A guy at a gym overhears a couple discussing Nike’s Ballers Network. He’s never heard of it, even though he’s an avid basketball player. His curiosity is piqued so he pulls out his smartphone and looks it up on the Web. Discovering Ballers Network is a platform that allows basketball players to find courts, arrange games and connect with other players, he adds the Facebook application located on the mobile site. He puts the smartphone in his pocket and greets his friend, who has just walked through the door.
In those seemingly idle minutes, something remarkable happened: A relationship was formed.
Though consumers may be adept at tuning out traditional, top-down marketing messages, they’re proactively using technology to conduct their own brand research to decide whether or not to pursue a relationship. Like flipping through profiles on Match.com, consumers are searching for brands that are right for them. In addition, whether spurred by a user review, a Google search, a brand site or a mobile application, technology has created multiple entry points to engage with a brand. And although it may be hard for marketers to predict that entry point, it’s a safe bet the interaction will be digital. In fact, consumers’ first interactions with brands are commonly through digital technology.
This shift in interaction has increased the necessity of smart digital branding, but there’s still a misguided view of how to effectively brand for the space. In the past, branding was largely about creating corporate identities to help people understand what companies symbolized. Global or local. Bold or refined. Serious or whimsical. These elements of a company could be derived from the logo, typeface and colors used on everything from its letterhead to its advertising.
In the rise of corporate America, branding helped create some of the world’s most iconic brands — IBM, UPS and AT&T, to name a few. Many branding companies are still following the same set of rules used to make those brands famous, a system pioneered by luminaries like Paul Rand and Saul Bass. Those rules may have worked effectively for decades, but times have changed and branding today has evolved to mean so much more.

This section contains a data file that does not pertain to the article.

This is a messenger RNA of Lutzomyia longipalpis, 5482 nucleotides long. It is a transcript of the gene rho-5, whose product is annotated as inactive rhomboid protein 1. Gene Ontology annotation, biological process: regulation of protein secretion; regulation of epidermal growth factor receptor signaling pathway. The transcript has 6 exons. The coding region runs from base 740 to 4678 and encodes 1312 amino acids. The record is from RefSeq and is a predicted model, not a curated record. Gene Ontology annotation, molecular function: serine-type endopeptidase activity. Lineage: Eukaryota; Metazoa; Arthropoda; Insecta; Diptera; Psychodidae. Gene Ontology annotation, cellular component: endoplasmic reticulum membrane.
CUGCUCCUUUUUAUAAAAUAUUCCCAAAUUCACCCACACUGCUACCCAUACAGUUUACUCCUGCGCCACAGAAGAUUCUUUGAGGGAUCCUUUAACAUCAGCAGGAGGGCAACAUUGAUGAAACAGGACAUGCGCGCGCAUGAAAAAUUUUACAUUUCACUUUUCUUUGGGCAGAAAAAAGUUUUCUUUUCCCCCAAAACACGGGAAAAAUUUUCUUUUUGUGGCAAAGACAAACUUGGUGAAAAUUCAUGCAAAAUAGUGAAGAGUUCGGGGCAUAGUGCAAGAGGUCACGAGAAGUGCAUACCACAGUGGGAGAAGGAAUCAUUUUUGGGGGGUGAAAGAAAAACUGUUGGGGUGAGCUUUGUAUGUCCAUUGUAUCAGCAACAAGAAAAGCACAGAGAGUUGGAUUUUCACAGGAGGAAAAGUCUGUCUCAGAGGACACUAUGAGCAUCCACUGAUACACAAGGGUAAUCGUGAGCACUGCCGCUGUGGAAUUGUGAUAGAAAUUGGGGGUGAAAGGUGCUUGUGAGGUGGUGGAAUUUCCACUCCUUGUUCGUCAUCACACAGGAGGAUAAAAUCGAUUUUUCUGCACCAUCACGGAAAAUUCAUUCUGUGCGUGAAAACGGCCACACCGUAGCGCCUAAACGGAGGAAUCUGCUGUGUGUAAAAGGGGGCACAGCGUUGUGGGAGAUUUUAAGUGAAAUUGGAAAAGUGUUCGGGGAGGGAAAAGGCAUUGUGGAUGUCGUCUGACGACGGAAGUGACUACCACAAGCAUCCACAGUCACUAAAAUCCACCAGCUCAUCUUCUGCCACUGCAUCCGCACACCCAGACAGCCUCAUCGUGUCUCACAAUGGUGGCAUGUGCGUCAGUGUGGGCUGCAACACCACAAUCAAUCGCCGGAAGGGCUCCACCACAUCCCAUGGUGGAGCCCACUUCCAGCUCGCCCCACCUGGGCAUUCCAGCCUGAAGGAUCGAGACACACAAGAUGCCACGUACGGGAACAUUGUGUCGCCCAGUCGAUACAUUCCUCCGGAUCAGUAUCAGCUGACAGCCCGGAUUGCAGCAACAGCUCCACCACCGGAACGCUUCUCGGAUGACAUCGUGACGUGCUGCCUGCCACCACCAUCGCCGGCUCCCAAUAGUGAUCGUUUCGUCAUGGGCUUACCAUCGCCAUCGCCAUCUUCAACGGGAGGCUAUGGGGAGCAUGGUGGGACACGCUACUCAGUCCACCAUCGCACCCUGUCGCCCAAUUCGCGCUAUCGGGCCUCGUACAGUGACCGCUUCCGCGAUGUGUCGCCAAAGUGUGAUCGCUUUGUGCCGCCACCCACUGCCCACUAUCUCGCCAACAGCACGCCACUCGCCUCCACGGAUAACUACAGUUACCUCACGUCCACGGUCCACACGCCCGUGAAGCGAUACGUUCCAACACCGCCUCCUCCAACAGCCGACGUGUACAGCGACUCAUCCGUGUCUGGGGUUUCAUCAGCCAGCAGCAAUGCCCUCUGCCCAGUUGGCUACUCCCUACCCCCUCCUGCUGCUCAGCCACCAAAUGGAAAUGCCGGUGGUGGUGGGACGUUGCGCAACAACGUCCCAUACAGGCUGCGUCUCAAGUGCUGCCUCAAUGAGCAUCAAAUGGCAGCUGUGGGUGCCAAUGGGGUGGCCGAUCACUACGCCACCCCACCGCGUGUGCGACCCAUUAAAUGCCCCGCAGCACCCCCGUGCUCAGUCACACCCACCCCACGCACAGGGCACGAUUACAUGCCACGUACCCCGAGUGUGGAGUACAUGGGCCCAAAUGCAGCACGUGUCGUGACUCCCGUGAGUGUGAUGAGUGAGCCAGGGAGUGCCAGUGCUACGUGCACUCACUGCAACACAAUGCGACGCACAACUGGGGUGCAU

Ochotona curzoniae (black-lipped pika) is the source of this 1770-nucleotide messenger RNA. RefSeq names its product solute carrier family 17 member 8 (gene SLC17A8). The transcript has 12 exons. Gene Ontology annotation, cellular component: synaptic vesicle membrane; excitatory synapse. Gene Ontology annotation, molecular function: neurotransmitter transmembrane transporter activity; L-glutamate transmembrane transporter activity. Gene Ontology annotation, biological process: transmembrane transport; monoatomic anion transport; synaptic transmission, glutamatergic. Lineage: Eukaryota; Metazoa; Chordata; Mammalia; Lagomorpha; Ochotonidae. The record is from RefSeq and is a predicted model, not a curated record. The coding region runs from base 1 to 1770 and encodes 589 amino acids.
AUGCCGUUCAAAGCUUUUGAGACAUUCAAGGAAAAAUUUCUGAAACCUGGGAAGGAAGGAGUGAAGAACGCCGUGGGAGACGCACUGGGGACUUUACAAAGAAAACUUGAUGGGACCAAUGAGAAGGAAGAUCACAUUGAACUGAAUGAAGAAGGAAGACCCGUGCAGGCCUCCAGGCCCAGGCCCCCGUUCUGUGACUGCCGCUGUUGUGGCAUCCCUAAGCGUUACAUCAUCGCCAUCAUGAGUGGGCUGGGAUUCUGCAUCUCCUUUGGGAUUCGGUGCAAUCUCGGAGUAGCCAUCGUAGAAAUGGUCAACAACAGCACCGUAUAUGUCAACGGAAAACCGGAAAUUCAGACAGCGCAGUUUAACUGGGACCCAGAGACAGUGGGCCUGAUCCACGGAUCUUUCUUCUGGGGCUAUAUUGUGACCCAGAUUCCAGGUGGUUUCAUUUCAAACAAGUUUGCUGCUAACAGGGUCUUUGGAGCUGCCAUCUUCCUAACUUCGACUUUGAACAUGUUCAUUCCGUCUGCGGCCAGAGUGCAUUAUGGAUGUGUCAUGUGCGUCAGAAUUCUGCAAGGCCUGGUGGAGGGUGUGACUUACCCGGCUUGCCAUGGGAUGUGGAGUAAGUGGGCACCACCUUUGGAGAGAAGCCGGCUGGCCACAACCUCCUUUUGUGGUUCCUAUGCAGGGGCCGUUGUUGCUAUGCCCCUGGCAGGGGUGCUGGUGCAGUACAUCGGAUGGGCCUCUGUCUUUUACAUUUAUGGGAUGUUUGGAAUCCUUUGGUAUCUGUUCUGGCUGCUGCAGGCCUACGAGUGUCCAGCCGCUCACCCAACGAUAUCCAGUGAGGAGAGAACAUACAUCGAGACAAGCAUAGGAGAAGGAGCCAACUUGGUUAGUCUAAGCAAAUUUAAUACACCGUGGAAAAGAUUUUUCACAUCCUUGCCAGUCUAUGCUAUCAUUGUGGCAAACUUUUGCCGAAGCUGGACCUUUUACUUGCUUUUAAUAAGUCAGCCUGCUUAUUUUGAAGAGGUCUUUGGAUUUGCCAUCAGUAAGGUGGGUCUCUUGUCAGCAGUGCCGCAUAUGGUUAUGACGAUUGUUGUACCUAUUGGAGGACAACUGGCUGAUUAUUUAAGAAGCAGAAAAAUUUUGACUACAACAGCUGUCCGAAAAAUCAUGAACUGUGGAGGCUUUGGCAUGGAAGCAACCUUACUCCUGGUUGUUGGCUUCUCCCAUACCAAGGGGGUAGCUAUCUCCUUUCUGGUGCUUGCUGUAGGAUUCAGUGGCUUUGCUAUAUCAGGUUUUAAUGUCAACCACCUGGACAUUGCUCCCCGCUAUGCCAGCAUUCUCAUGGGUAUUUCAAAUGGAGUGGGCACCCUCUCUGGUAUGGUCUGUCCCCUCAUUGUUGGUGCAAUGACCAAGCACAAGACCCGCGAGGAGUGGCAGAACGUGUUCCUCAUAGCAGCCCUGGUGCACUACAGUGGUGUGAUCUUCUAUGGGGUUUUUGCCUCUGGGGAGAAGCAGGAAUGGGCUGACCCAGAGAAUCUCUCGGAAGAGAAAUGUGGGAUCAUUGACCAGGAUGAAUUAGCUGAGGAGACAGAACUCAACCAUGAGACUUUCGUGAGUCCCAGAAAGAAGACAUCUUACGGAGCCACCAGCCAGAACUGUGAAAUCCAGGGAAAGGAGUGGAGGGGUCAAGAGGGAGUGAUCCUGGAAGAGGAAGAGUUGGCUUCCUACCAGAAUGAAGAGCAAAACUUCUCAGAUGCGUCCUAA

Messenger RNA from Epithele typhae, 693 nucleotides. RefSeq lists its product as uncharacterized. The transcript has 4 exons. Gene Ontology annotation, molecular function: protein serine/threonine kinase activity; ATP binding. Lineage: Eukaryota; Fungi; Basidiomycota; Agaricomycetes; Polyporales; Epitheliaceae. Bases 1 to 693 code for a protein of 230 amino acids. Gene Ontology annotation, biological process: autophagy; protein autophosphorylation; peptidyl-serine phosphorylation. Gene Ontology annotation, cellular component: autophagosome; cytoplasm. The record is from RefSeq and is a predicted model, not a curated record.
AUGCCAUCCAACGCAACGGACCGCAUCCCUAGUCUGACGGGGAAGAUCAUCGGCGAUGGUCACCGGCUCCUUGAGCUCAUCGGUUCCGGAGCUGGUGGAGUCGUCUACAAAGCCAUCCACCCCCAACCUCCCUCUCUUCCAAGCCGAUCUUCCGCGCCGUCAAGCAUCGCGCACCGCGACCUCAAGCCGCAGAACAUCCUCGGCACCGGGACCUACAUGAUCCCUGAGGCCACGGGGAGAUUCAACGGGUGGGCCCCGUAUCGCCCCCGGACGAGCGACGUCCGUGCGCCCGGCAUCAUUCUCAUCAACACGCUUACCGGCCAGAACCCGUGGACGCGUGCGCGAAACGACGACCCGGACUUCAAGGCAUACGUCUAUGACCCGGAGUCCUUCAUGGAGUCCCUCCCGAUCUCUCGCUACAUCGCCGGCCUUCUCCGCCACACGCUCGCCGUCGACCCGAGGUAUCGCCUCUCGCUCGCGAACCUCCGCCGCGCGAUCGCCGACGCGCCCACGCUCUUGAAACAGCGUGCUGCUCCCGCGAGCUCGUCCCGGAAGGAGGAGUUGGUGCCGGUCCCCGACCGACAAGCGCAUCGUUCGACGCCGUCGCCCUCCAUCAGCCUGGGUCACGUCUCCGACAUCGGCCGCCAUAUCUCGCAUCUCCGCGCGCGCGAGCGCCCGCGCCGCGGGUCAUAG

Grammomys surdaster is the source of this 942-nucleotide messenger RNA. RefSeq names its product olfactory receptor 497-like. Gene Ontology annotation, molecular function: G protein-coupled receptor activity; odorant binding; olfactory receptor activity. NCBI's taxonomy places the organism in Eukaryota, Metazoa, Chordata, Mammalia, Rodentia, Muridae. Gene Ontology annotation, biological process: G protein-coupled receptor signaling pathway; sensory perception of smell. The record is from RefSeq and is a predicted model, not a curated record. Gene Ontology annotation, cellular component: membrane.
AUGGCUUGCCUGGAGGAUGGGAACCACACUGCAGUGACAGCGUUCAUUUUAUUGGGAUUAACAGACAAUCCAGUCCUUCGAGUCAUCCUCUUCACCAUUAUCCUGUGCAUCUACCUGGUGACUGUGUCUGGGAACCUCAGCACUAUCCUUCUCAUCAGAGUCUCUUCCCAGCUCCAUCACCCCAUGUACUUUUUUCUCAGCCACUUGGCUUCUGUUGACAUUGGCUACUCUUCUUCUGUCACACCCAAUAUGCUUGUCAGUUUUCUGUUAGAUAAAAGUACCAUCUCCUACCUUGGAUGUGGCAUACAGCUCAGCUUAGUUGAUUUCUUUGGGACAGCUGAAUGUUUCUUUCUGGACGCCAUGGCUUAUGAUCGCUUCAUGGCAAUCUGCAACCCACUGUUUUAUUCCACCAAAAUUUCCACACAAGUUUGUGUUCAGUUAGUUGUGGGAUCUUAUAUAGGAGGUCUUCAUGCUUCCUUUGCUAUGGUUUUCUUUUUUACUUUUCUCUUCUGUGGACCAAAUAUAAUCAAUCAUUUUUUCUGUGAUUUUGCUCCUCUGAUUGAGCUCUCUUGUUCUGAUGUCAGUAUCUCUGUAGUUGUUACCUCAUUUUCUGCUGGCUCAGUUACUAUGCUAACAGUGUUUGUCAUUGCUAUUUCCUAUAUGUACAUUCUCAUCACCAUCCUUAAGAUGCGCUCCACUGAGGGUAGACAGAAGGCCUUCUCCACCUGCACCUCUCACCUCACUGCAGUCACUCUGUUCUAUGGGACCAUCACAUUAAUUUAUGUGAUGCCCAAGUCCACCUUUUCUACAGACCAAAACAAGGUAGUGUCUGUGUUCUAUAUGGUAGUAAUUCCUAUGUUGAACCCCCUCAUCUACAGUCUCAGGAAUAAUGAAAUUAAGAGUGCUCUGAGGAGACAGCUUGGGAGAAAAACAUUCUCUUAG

First, brands cannot be created and managed in a top-down approach. Gone are the days when branding companies could create a brand identity accompanied by a dense, rarely read instruction manual on how to apply it across media. Brands are no longer static. Today they’re fluid, flexible and nonlinear.
Second, branding can no longer work as effectively on its own as it once did. In our Web 2.0 world, branding has converged with design and advertising. Not too long ago, each of these disciplines had a specific role, a distinct purpose. In some ways, each still does. Today, however, the disciplines have become so intertwined that they work best when working together.
Nowhere is this more apparent than in digital. Take Apple, for instance. For the industry at large, Apple has become the default example of stellar branding, design and advertising. For good reason. The company has created a modern, sophisticated brand personality that’s reflected in everything it creates, from its products to its packaging, messaging, Web site, retail stores and operating system. How the brand behaves in the digital space is quintessentially Apple. The novel way a user interacts with the devices is as much a component of branding as the logo is.
Nearly everything today lives behind an interface and that can be the most important contact a consumer has with a brand. The architecture behind creating applications, digital signage or Web sites, for instance, mirrors the architecture for creating a brand identity. The way an interface operates informs consumer perception. If it’s confusing and poorly designed, consumers will dismiss it in a matter of seconds. However, if it’s informative and engaging, they’ll likely delve deeper into the brand experience.
Creating engaging interfaces requires a high level of urbane design. Unlike traditional practices where brand identities are conceived by branding companies and implemented by ad agencies or design firms, the best digital branding happens when the process is completed from conception to execution by one agency. That agency can ensure the brand system is dimensional — working across more channels, executions and applications including animation, functionality and the little beeps you hear when you click on something.
The digital age has redefined what it means to be a brand. It’s changed the way we approach the discipline and it’s prompted many new questions we need to consider. For instance, what does the logo sound like? How does the text move? How can an experience draw an emotion? And perhaps most importantly, what are consumers saying about the brand? After all, listening is branding, too.
Bob Greenberg is chairman, CEO and global chief creative officer of R/GA in New York and a monthly columnist for Adweek. He can be reached at firstname.lastname@example.org.